“We need to be visible”: Elder Claudette Commanda brings teachings, activism and humor to uOttawa Chancery

When Claudette Commanda, an elder from Kitigan Zibi, was an undergraduate student, she didn’t hesitate to ask what programs and services the University of Ottawa offered to Aboriginal students.

The head of the university listed all the general services that were available at the time to all students.

“He didn’t have an answer for me because he didn’t know,” Commanda said. Canadian National Observer. “Well, that will change. I need this university to recognize indigenous students and support indigenous students.

Before Commanda walked through the door to the Principal’s office, she turned and told him that she would not only be the first Native Student Councilor, but also open the first Native Student Center.

She did both. Commanda founded the Native Student Association and held the first powwow on campus. Ten years later, she became the founding director of what is now the Mashkawazìwogamig Indigenous Resource Center.

“We have to be visible; it’s so important,” says Commanda. “We are the people. We are students. We need recognition. We need to have a student body like any other student body.

After graduating with a Bachelor of Arts and then attending law school at the University of Ottawa, Commanda has dedicated her career to paving the way for Indigenous student success. This work continues today: in July, she was appointed Chancellor of the University of Ottawa, becoming the first Indigenous person to hold this position.

With this, she brings the political will, activism, and traditional knowledge she has carried with her since walking on campus as an undergraduate.

The lessons of his elders

Commanda describes his grandfather William Commanda, a deceased Algonquin elder and leader, as a quiet man who “really could move mountains.”

When Claudette Commanda, an elder from Kitigan Zibi, was an undergraduate student, she didn’t hesitate to ask what programs and services the University of Ottawa offered to Aboriginal students.

“He could really move people, people moved for him,” Commanda says. “I knew him as a leader, and was the man radical.”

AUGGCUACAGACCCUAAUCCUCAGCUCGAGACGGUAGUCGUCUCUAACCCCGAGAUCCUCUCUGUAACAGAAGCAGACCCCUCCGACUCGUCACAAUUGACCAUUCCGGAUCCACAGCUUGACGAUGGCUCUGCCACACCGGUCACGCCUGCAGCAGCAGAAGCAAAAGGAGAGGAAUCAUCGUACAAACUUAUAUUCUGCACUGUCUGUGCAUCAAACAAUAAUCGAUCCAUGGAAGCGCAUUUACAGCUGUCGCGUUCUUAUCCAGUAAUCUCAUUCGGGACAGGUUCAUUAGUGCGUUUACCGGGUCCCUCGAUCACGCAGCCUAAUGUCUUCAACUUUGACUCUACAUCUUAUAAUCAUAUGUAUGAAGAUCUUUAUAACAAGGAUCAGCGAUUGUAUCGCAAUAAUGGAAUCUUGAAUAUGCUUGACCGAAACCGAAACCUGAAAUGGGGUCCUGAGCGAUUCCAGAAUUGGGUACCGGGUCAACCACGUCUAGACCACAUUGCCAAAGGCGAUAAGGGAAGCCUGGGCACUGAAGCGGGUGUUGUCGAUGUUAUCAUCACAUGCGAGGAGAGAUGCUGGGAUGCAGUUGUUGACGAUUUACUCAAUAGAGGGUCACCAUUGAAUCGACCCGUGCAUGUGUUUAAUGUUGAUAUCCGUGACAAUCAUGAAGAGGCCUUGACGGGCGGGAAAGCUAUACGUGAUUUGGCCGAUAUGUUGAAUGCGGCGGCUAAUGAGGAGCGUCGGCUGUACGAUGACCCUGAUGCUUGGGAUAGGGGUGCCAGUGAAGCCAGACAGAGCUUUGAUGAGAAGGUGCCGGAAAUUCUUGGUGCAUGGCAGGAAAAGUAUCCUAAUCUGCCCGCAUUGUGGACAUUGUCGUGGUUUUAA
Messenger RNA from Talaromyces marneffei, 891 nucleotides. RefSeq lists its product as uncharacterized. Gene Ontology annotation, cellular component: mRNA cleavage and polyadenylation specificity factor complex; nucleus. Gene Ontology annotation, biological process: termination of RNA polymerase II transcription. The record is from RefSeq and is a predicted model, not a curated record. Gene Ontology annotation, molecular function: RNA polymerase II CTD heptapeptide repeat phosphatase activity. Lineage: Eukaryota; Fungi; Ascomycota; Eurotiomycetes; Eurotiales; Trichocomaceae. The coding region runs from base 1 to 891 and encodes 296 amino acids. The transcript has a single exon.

He taught her about pre-contact history, the great leaders and the atrocities of colonization. These stories from Turtle Island informed the radical Indigenous politics needed to confront the brutalities of colonial Canada, embodied by Indian agents, the RCMP and missionaries, says Commanda.

“He always said to me, ‘You don’t let anyone push you around and you don’t let anyone tell you this isn’t your land,'” she recalls.

Radical politics still inform Commanda’s worldview because it is necessary to assert self-determination, she says.

In a story Commanda tells about her grandfather, she asked for advice on attending law school. She brought tobacco then waited and waited for his answer, a lesson in patience.

An hour later he came back and told her to go to law school – learn the legal language of Canada and use it as a tool for change.

“The white man is not afraid of an Indian with a gun, the white man is afraid of an Indian with an education,” she recalled, telling her grandfather.

These are instrumental teachings that have helped Commanda take on leadership roles on campus as a student, as a lawyer and law professor, as Band Councilor for Kitigan Zibi, and now as Chancellor.

His maternal grandfather, Patrick Chausse, was a healer. He died when Commanda was still a child, but he had already imparted knowledge of spiritual and earthly medicines. From him, she learned the importance of love, healing and spirituality.

“He taught me the spiritual way, while my grandfather William, he taught me history and politics [way].

“I am grateful that the Creator has blessed me with these sages in my life,” she says.

Elder Claudette Commanda (center) with Jennifer Quaid (right) at a convocation ceremony. Photo courtesy of the University of Ottawa

Welcome to the circle

Commanda sees her role as chancellor as her opportunity to bring the university into a circle.

“That means you’re going to sit with me and you’re going to listen and I’m going to teach you,” Commanda says. “And then you walk away with a renewed understanding of who First Nations people are.”

It’s an experience, as Jennifer Quaid — who served with Commanda on the University of Ottawa’s board of governors throughout the pandemic — knows that well.

Meanwhile, Quaid was undergoing chemotherapy for breast cancer and kept her camera off during virtual board meetings because she had lost her hair.

Quaid messaged Commanda apologizing for being off camera and shared his diagnosis.

“Immediately his concern was for me, for my well-being,” Quaid says.

Almost a year later, Quaid went to an opening ceremony that included a ceremonial spot and fire. Commanda spotted Quaid and pulled her into the Inner Circle for healing.

“That sense of caring and community – I was really touched,” says Quaid. “I have a special place in my heart for Elder Commanda.”

It is this generosity and kindness that will mark Commanda’s approach to the chancellery.

“The first thing I plan to do is welcome everyone,” she says.

“I want to welcome them to Algonquin territory. I want to welcome them into my chancellor space. I want to welcome them into my world of knowledge.

Matteo Cimellaro / Local Journalism Initiative / National Observer of Canada

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